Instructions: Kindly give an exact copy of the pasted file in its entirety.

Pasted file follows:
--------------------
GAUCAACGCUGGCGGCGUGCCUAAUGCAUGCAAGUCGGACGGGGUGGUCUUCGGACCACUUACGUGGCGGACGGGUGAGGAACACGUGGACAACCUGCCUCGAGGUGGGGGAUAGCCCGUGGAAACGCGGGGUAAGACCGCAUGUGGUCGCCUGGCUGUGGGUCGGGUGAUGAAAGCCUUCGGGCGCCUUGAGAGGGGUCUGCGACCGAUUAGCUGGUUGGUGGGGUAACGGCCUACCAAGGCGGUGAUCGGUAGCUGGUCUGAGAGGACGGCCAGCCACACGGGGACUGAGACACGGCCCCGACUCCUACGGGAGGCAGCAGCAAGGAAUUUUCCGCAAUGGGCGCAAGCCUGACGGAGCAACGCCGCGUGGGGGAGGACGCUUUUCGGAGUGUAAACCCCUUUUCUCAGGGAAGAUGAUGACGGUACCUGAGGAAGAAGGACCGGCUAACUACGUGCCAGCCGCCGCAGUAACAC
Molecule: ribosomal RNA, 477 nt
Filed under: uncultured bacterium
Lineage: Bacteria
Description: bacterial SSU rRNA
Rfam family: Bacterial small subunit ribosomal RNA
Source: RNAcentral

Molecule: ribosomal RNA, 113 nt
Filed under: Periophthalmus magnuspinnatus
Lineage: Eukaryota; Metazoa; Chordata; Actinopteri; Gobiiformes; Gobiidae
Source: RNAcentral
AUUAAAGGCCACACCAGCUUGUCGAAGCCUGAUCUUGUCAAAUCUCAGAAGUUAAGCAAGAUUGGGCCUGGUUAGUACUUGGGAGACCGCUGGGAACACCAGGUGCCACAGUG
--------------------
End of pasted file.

GAUCAACGCUGGCGGCGUGCCUAAUGCAUGCAAGUCGGACGGGGUGGUCUUCGGACCACUUACGUGGCGGACGGGUGAGGAACACGUGGACAACCUGCCUCGAGGUGGGGGAUAGCCCGUGGAAACGCGGGGUAAGACCGCAUGUGGUCGCCUGGCUGUGGGUCGGGUGAUGAAAGCCUUCGGGCGCCUUGAGAGGGGUCUGCGACCGAUUAGCUGGUUGGUGGGGUAACGGCCUACCAAGGCGGUGAUCGGUAGCUGGUCUGAGAGGACGGCCAGCCACACGGGGACUGAGACACGGCCCCGACUCCUACGGGAGGCAGCAGCAAGGAAUUUUCCGCAAUGGGCGCAAGCCUGACGGAGCAACGCCGCGUGGGGGAGGACGCUUUUCGGAGUGUAAACCCCUUUUCUCAGGGAAGAUGAUGACGGUACCUGAGGAAGAAGGACCGGCUAACUACGUGCCAGCCGCCGCAGUAACAC
Molecule: ribosomal RNA, 477 nt
Filed under: uncultured bacterium
Lineage: Bacteria
Description: bacterial SSU rRNA
Rfam family: Bacterial small subunit ribosomal RNA
Source: RNAcentral

Molecule: ribosomal RNA, 113 nt
Filed under: Periophthalmus magnuspinnatus
Lineage: Eukaryota; Metazoa; Chordata; Actinopteri; Gobiiformes; Gobiidae
Source: RNAcentral
AUUAAAGGCCACACCAGCUUGUCGAAGCCUGAUCUUGUCAAAUCUCAGAAGUUAAGCAAGAUUGGGCCUGGUUAGUACUUGGGAGACCGCUGGGAACACCAGGUGCCACAGUG